Table 2
Table 2 Cell counts in lung lavage fluids, lung wet-to-dry ratio and lung injury score
Full table

The total cell count in BAL fluid was somewhat higher in the HV group [(2.5±0.5)×107/mL], but the difference was not significant compared with the HVG group [(2.3±0.2)×107/mL, P=0.290] and LV group [(1.9±0.2)×107/mL, P=0.088] (Table 2). The total cell count was significantly lower in the LVG [(1.6±0.1)×107/mL, P=0.011] and naive (0.2±0.1×107/mL, P<0.001) groups than in the HV group (Table 2). The neutrophil count was significantly higher in the HV group than in the other groups (all P<0.001) (Table 2).

The plasma levels of IL-1β, IL-6 and IL-10 were higher in the HV group than in the other groups (Figure 4). The levels of IL-1β, IL-6, CXCL1 and TNF-α in the BAL fluids were higher in the HV group than in the other groups (Figure 5).

Figure 4 Cytokine levels in the plasma (n=5 for each group). *, P<0.05 HV vs. other groups; , P<0.05 naive vs. other groups. Naive, naive control; Control, LPS alone; LV, LPS + low Vt; HV, LPS + high Vt; LVG, LPS + low Vt + glutamine; HVG, LPS + high Vt + glutamine; LPS, lipopolysaccharide.
Figure 5 Cytokine levels in the BAL (n=8-10 for each group). *, P<0.05 HV vs. other groups; , P<0.05 naive vs. other groups. Naive, naive control; Control, LPS alone; LV, LPS + low Vt; HV, LPS + high Vt; LVG, LPS + low Vt + glutamine; HVG, LPS + high Vt + glutamine; LPS, lipopolysaccharide.

Discussion

In the present study, we demonstrated that the administration of GLN protected the lung from the two-hit injury by the attenuation of inflammatory responses, including neutrophil infiltration and cytokine storm. The animals treated with GLN showed better lung mechanics and lung morphology under high Vt MV compared with the placebo group. These results suggest a beneficial effect of the administration of GLN in the context of VILI.

Inflammation and oxidative stress play important roles in the pathogenesis of VILI (3). The release of TNF-α, IL-1β, IL-6 and the CXC chemokine family is associated with neutrophil recruitment (29) and correlated with the severity and mortality of ARDS (30). CXCL1, the homolog of human IL-8 in rats, plays a pivotal role as a chemotactic factor for neutrophil infiltration (31). IL-8 has been shown to be released by lung epithelial cells in response to mechanical stress (32). Previous studies reported that the administration of GLN can reduce IL-1β, IL-8 and TNF-α in LPS-induced lung injury (19), diminish IL-6 in abdominal sepsis (33,34), and inhibit IL-6, IL-8 and TNF-α production in human monocytes stimulated with LPS (35). The anti-inflammatory effects of GLN observed in other models used in previous studies were confirmed in our model of VILI in the present study.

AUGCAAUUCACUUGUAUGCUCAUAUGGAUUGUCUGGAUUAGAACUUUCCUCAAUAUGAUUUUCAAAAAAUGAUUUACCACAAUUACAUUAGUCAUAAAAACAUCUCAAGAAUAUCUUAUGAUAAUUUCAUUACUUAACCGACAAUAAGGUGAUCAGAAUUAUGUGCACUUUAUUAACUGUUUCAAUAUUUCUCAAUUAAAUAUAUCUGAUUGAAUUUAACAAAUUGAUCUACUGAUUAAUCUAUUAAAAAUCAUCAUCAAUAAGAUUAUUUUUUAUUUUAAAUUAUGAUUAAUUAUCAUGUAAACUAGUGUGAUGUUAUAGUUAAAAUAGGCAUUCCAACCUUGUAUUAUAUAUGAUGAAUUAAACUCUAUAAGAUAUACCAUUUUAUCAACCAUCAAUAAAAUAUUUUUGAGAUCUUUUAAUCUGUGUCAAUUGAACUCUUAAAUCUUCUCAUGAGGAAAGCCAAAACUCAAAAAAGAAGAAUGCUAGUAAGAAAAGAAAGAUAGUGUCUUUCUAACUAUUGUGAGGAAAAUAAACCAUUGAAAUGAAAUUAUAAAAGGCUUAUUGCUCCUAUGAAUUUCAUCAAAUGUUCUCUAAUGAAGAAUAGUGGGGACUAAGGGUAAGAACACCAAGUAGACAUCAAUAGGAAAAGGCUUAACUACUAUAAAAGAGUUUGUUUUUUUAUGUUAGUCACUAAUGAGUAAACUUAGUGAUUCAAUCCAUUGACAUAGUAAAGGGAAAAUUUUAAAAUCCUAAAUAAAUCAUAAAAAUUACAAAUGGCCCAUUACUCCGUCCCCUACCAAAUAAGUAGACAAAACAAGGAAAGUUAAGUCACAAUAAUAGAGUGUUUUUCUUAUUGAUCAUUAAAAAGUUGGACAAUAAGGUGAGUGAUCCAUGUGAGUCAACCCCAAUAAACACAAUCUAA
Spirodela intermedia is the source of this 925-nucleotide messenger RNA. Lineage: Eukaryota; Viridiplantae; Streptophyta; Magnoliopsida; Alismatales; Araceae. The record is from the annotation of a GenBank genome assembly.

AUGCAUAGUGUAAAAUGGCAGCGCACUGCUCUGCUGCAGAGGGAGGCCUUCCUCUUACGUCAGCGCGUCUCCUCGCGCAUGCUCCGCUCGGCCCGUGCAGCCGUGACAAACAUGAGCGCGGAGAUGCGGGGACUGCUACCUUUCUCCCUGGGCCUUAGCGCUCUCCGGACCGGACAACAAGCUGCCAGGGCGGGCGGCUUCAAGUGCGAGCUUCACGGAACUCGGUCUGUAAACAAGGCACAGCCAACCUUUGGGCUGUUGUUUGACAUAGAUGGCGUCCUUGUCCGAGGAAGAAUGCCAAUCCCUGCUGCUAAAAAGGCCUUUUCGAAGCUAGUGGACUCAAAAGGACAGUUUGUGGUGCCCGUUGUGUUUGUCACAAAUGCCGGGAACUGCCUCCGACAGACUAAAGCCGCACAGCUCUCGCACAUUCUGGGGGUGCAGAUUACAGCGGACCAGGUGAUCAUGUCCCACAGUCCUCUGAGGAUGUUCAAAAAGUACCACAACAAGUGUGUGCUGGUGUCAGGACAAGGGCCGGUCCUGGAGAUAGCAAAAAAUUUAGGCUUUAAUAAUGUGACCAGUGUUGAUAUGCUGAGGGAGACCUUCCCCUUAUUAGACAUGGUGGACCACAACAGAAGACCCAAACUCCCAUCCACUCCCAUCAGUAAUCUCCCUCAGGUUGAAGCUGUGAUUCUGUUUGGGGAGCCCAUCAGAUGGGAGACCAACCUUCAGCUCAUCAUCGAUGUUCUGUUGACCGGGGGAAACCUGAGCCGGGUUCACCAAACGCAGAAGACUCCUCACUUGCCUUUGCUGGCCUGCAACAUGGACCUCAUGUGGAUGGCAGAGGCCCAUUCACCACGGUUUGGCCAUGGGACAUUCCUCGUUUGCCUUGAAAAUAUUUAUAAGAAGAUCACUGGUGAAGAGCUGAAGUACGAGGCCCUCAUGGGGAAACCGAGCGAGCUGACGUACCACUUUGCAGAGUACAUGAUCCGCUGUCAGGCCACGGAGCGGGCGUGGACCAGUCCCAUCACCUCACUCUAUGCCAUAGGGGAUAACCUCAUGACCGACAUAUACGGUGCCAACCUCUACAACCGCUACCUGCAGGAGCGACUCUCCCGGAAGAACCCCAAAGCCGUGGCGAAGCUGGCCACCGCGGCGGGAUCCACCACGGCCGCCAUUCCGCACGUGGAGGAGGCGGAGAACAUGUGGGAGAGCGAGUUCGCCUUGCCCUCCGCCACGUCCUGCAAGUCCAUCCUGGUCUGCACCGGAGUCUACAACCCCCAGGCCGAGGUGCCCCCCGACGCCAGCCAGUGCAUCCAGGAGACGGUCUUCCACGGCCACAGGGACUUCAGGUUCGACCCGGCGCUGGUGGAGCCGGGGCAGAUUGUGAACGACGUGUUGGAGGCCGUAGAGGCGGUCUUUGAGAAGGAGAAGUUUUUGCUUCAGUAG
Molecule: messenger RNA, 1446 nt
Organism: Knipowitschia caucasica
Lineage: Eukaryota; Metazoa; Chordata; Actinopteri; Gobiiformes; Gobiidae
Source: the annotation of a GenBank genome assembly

Neutrophil activation is largely responsible for not only the production of cytokines and chemokines but also oxidative bursts and release of proteolytic enzymes, all contributing to lung injury (6,36,37). In particular, intracellular oxidative stress leads to vascular barrier disruption and pulmonary edema (38,39). Our results observed in the ARDS/VILI model are consistent with those demonstrated in other models, in which the administration of GLN led to significantly reduced neutrophil recruitment in the lung (33,40). The two most important mechanisms by which GLN is protective include its antioxidant effect through the preservation of GSH and the induction of heat shock protein 70 via the O-linked glycosylation-dependent activation of hexosamine biosynthesis (41,42). This heat shock protein is known to enhance cell survival and attenuate the systemic inflammatory response in the setting of lung injury (43). In particular, the enhanced levels of tissue GSH and heat shock proteins may be partially responsible for the attenuated cytokine responses (44) and activation of NF-κB (23,45).

The importance of GLN may have been overlooked in ARDS. Patients with critical illness have been reported to be at high risk of GLN depletion, which might contribute to the development of ARDS (46). In fact, GLN deficiency may have caused failure of the host defense mechanism, delayed wound healing, increased epithelial permeability and bacterial translocation (22). In addition, GLN–enriched parenteral nutrition has been shown to augment glucose use (47) and decrease insulin resistance (48). In experimental models, GLN supplementation was protective against lung injury induced by ischemia-reperfusion, endotoxins, hyperoxia, smoke inhalation and sepsis (12-17).